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Crit Rev Oncol Hematol. 2008 Aug;67(2):139-52. doi: 10.1016/j.critrevonc.2008.02.005. Epub 2008 Apr 3.

Glioblastoma in adults.

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1
Department of Medical Oncology, Bellaria-Maggiore Hospital, Azienda ASL, Bologna, Italy. alba.brandes@yahoo.it

Abstract

Glioblastoma (GBM) is the most malignant among astrocytic tumours and is associated with a poor prognosis. Age, performance status, mini-mental status examination score, methylation status of methylguanine methyltransferase promoter and extent of surgery constitute the main prognostic factors. Surgery aimed to complete resection should be the first therapeutic modality in the management of glioblastoma. However, complete resection is virtually impossible due to infiltrative nature of this disease and relapse is almost inevitable. Postoperative concomitant chemo-radiation is the standard treatment and consists of 60Gy of external-beam radiotherapy (to be delivered to a target volume including a 2-3cm ring of tissue surrounding the perimeter of the contrast enhancing lesion on pre-operative CT/MRI scans) plus temozolomide (TMZ) administered concomitantly (75mg/m(2) daily) and after radiotherapy (150-200mg/m(2), for 5 days every 4 weeks). At time of recurrence/progression, a nitrosourea-based chemotherapy constitutes a reasonable option, as well as a temozolomide re-challenge for patients without progression during prior temozolomide treatment.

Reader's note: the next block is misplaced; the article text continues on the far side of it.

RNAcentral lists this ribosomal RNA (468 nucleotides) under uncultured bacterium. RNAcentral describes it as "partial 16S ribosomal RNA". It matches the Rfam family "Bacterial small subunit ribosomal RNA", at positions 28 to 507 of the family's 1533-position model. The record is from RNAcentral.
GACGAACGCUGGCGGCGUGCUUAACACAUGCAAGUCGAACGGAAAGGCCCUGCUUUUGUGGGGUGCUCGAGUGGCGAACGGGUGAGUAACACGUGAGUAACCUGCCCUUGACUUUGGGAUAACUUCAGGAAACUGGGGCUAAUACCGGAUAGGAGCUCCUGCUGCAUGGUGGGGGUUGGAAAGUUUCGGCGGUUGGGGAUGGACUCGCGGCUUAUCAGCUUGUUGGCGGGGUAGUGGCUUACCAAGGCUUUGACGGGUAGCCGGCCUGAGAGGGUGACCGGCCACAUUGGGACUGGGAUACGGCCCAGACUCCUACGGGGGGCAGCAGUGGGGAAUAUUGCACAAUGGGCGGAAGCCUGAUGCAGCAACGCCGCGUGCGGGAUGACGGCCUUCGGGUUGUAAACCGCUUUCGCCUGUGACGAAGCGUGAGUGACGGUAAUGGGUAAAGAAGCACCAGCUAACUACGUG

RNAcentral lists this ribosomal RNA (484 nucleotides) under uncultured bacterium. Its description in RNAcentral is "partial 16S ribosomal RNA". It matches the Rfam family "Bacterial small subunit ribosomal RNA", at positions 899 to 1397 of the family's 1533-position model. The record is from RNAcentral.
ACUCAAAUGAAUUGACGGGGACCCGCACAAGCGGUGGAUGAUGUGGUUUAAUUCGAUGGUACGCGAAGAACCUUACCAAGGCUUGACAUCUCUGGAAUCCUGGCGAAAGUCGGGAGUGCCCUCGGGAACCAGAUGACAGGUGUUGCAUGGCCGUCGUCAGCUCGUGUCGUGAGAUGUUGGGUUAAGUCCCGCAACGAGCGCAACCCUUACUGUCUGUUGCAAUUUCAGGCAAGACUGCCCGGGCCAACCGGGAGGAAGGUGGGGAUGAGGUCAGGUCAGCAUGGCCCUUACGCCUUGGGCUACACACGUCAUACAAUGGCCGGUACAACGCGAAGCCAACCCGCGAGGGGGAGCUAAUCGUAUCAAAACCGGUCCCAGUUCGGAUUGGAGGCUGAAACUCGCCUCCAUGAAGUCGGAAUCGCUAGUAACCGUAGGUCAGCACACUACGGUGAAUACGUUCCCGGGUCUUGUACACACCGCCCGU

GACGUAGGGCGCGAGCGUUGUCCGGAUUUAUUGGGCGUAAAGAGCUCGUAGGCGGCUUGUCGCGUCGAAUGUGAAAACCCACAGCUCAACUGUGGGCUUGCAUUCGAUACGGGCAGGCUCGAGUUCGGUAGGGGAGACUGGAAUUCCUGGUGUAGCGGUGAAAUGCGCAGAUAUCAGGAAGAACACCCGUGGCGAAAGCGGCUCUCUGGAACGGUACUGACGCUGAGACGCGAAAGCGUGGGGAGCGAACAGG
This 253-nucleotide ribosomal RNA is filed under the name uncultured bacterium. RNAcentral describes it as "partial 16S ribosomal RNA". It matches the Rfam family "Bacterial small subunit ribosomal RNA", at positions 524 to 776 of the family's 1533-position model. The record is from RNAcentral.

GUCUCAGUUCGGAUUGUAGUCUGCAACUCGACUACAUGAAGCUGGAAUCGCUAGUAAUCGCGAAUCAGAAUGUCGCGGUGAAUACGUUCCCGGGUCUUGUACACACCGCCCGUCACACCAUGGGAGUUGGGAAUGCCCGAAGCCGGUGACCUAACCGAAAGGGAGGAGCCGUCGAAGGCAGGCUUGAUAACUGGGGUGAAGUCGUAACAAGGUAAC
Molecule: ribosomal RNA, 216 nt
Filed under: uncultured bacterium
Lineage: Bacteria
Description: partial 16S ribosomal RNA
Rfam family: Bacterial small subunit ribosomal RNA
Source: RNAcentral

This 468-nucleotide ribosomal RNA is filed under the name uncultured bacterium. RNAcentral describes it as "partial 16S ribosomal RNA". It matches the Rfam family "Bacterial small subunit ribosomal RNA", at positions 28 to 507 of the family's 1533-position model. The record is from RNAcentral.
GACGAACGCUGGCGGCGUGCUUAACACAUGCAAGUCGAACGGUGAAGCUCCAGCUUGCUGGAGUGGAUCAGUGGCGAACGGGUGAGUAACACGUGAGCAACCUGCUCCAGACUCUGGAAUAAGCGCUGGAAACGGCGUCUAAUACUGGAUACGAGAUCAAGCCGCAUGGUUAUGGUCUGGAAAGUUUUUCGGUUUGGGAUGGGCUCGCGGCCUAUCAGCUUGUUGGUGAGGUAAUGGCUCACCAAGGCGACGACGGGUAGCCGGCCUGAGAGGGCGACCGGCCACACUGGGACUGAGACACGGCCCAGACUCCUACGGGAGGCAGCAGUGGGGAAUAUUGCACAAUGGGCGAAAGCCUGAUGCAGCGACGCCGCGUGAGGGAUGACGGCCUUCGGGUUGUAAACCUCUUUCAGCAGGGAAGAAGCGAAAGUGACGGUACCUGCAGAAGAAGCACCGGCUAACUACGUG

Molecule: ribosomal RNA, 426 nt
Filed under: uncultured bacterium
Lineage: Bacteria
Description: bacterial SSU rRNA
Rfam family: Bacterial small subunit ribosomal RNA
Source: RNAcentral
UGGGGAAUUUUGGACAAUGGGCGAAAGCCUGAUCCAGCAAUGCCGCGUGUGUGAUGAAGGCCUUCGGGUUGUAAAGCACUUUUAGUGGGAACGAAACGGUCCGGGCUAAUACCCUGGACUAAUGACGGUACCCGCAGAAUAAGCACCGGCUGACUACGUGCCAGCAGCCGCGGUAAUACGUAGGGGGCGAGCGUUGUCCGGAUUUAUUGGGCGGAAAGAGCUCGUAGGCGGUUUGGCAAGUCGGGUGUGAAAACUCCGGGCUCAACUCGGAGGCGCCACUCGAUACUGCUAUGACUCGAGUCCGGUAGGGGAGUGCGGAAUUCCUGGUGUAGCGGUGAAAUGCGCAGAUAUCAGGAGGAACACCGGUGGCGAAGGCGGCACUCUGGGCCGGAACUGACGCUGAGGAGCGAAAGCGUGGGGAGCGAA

[Indexed for MEDLINE]

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